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Joel on Software

OOP help...

I'm a long-time procedural programmer and am trying to improve my OO skills and figure out how its all supposed to work. I've read a lot of theory, but am having some trouble putting it all into a real project. Let me give a relatively simple real-world scenario and ask how we would handle this using OO techniques.

"Customer Data Import"
Procedural steps:
Open a text file containing new customer data.
Open a database containing existing customer data.
Loop through the text file, and for each customer:
Read the new customer data
Look up the customer number in the database
Perform a series of calculations based on the data
Store the results of the calculation in the database
Also log the results in another text file

We also want the UI to display status information (# processed, # found, # not found, etc.)

My first procedural approach used lots of public variables and publically declared objects, and a big giant loop that did all the work. As it got more and more complex, it was nearly unmaintainable.

My second attempt: I have an object for Customer, database, and textfile. I can call customer.read, customer.lookup, customer.calculate, all that cool oo stuff. I'm still having a couple of problems, though:

1) Still have a lot of public variables, its just much, much harder to update them from all the parts of the code. The status counters, for example, could be updated from Customer class or the primary Sub.

2) I end of passing a lot of objects around as parameters. When I call customer.read() I have to pass the txtFile object as a parameter. When I call customer.Lookup() I have to pass the database object AND the counters object (for keeping track of progress) as parameters. My code smells, but I'm not sure how to reorganize it.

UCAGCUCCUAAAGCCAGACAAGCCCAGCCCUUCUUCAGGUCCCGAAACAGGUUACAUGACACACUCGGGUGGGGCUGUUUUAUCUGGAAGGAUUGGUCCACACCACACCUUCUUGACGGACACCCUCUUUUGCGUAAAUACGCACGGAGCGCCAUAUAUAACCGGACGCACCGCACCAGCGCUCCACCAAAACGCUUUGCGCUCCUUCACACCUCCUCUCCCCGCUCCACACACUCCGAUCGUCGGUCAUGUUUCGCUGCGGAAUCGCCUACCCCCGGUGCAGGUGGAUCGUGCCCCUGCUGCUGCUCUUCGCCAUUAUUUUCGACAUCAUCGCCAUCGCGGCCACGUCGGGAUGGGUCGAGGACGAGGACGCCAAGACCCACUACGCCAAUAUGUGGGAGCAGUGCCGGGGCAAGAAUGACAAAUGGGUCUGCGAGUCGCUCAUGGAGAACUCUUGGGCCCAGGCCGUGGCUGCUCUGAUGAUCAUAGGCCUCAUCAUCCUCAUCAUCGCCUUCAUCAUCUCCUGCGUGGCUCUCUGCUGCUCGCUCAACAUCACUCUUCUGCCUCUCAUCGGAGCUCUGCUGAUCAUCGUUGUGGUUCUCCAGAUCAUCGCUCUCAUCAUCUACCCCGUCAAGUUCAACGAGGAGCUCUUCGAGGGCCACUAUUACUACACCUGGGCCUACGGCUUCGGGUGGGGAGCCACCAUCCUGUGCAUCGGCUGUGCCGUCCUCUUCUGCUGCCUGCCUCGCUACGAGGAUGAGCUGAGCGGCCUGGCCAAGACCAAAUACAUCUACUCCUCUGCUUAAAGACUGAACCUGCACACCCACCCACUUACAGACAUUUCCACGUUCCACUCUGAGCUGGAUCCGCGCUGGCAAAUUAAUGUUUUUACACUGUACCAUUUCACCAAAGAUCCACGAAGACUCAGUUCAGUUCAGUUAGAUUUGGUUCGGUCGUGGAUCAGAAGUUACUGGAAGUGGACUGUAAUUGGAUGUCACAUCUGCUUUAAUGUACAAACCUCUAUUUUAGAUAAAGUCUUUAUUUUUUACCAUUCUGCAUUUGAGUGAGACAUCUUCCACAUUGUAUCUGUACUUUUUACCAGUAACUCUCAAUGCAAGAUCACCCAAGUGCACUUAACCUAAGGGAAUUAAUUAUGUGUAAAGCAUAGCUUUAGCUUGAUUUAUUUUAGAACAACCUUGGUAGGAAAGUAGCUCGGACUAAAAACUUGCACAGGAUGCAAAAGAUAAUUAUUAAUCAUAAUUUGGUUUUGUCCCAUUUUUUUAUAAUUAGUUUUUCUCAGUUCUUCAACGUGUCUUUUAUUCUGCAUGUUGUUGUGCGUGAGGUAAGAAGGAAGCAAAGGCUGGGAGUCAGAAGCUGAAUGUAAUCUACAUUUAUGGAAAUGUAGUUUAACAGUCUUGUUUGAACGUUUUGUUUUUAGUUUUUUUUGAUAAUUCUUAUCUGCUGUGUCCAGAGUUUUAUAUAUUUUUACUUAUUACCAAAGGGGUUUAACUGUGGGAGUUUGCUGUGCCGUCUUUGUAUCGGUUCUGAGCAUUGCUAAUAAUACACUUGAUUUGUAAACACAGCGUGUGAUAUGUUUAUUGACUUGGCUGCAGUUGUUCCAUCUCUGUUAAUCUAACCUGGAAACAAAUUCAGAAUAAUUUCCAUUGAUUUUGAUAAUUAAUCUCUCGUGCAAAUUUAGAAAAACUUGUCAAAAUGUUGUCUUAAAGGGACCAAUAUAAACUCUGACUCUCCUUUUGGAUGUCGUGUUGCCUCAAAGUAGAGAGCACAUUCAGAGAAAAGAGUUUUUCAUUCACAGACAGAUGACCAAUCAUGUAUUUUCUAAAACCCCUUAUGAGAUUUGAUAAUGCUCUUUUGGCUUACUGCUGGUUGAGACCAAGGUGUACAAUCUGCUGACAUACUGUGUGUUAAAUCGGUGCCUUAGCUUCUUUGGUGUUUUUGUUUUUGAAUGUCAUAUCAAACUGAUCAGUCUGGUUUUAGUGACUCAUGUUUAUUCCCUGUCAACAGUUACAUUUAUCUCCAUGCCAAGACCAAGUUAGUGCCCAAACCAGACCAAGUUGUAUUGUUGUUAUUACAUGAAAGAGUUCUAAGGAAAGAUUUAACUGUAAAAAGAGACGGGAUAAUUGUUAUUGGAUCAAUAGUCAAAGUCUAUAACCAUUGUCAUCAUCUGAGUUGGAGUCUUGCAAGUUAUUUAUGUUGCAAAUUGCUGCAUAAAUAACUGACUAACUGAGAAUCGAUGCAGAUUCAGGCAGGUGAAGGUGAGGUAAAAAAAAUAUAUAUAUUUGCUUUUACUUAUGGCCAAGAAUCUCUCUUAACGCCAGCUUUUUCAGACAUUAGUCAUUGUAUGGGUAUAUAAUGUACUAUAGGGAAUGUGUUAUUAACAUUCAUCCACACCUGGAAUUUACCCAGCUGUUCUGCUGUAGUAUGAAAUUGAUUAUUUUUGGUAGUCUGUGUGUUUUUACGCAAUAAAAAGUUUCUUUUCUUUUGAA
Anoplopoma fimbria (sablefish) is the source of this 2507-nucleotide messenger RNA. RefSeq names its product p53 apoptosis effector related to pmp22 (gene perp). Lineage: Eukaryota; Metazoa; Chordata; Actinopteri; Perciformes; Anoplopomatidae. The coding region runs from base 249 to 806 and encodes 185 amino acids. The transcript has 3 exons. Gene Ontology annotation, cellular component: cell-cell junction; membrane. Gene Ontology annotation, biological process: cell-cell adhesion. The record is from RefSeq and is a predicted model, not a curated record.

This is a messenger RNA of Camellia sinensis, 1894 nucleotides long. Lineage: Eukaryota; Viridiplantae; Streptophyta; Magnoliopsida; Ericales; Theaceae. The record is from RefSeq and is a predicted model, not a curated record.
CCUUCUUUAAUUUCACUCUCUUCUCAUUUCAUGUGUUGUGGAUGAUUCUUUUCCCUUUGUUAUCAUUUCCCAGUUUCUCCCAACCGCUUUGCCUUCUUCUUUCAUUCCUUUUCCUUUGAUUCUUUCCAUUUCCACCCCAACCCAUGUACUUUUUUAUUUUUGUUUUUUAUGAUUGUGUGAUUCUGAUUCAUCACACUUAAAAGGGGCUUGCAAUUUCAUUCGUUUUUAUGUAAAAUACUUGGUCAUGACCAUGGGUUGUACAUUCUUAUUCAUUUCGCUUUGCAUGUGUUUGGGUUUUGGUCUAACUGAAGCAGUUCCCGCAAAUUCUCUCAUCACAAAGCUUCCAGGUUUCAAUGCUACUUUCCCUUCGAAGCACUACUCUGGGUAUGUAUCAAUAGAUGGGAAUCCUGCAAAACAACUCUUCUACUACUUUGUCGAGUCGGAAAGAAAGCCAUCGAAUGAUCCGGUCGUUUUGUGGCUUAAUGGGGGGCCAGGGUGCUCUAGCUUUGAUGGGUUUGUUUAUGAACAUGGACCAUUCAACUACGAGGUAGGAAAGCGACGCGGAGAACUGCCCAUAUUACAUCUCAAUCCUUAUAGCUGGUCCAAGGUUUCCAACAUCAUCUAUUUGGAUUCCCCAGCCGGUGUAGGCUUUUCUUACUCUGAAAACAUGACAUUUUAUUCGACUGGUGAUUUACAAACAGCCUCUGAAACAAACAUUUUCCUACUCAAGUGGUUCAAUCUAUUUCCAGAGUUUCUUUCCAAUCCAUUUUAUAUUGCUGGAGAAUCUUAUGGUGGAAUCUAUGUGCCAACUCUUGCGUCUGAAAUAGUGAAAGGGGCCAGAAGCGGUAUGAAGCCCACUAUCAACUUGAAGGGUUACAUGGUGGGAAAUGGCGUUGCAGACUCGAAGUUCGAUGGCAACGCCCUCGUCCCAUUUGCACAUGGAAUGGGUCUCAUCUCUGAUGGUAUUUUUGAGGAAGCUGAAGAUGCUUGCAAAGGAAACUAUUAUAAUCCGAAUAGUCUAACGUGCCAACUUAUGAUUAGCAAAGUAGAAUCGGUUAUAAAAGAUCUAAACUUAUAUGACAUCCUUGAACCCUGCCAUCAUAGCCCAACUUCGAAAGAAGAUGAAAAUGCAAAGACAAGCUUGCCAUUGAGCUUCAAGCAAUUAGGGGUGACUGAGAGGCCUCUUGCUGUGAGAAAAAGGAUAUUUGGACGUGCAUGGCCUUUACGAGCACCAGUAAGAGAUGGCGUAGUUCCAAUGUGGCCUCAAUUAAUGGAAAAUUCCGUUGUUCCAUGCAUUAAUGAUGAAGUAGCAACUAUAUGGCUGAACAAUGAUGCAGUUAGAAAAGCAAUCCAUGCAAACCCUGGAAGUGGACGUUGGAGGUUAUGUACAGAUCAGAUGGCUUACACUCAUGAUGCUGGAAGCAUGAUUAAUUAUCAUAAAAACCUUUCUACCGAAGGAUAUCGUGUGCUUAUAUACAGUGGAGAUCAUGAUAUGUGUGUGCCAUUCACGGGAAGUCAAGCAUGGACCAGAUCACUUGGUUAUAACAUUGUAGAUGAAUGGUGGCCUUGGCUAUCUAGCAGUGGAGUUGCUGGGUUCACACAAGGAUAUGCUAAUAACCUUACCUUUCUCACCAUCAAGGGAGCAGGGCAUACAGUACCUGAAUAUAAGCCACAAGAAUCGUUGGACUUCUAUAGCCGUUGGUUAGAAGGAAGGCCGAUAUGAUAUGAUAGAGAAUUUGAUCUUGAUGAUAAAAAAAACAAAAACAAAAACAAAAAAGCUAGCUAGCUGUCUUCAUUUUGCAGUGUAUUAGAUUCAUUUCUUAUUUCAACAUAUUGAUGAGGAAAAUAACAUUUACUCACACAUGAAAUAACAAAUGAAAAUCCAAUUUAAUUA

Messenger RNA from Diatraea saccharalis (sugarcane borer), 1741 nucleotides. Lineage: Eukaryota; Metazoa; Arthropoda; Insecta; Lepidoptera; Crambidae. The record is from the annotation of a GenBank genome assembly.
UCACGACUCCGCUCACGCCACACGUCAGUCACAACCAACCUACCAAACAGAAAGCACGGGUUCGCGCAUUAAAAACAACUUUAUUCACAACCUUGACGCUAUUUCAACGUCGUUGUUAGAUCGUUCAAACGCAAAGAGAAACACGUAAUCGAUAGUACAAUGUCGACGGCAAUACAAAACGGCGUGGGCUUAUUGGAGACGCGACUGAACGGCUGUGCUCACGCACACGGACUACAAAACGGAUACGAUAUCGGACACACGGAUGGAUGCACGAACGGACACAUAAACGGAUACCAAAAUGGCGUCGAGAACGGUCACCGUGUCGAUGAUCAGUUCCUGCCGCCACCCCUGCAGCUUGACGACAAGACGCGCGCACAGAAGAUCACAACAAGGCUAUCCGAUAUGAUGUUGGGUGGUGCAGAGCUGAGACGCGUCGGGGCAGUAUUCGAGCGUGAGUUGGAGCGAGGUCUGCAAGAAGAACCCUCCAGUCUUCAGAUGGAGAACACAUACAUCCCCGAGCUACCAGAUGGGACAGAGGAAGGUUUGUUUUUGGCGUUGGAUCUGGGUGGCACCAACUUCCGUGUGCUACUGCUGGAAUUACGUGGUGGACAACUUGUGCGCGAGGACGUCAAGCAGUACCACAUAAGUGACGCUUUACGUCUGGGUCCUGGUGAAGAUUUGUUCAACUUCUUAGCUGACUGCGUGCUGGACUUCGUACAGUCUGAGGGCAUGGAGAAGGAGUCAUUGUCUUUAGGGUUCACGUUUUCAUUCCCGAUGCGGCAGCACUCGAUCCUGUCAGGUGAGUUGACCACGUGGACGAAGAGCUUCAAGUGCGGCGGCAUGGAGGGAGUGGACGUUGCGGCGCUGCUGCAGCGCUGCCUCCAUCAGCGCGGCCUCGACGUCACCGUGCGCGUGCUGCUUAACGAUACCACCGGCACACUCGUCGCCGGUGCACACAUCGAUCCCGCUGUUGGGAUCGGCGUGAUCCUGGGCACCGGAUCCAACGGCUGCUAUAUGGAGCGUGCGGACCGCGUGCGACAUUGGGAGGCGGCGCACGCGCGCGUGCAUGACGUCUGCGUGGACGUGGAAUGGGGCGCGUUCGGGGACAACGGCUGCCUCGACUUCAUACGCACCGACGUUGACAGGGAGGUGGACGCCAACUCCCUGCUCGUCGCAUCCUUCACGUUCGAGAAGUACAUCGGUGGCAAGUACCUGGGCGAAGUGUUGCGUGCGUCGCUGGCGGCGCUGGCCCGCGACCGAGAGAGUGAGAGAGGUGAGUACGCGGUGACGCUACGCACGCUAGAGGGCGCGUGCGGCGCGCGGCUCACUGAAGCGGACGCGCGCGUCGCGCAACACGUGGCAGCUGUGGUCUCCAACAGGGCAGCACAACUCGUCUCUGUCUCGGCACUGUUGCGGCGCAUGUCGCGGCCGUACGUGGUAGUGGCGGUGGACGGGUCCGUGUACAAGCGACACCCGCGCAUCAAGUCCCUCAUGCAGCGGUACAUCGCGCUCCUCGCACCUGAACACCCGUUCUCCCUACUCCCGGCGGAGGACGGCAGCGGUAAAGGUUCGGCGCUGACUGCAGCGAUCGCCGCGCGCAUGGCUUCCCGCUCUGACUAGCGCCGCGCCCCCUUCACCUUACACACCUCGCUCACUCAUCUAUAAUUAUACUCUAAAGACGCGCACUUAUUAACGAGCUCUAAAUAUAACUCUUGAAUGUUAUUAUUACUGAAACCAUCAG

I would be very interested in the approach you might take for a situation like this. One constraint here is that because of the size and type of the database, I only want to open it once and simply use the same database objects anywhere I need it.

Thanks for any thoughts you might contribute!

Brad Corbin
Friday, August 20, 2004

> The status counters, for example, could be updated from Customer class or the primary Sub.

Google for the "Singleton" pattern, and/or use "static" methods and objects.

For example if you have one bunch of status counters for the entire program (that can be called from anywhere), then making them static lets you call them from anywhere ... they're like a global variable.

> When I call customer.read() I have to pass the txtFile object as a parameter. When I call customer.Lookup() I have to pass the database object AND the counters object (for keeping track of progress) as parameters.

I might do it like this:

class CustomerFile
{
  TextFile m_text_file;
  CustomerFile(TextFile text_file)
  {
    m_text_file = text_file;
  }
  CustomerData read()
  {
    //TODO ... read from text file, return as a CustomerData instance
  }
}

struct CustomerData
{
  int m_customer_id;
  string m_customer_address;
  ...etc...
}

class CustomerDatabase
{
  Database m_database;
  TextFile m_output_log_file;
  CustomerFile(Database database,TextFile output_log_file)
  {
    m_database = database;
    m_output_log_file = output_log_file;
  }
  void process_customer(CustomerData customer)
  {
    //TODO: find specified customer in the database, perform series of calculations, store calculations in database, and log results in text file
  }
}

void main()
{
  //open the CustomerFile
  CustomerFile customer_file = new CustomerFile(new TextFile("input.txt"));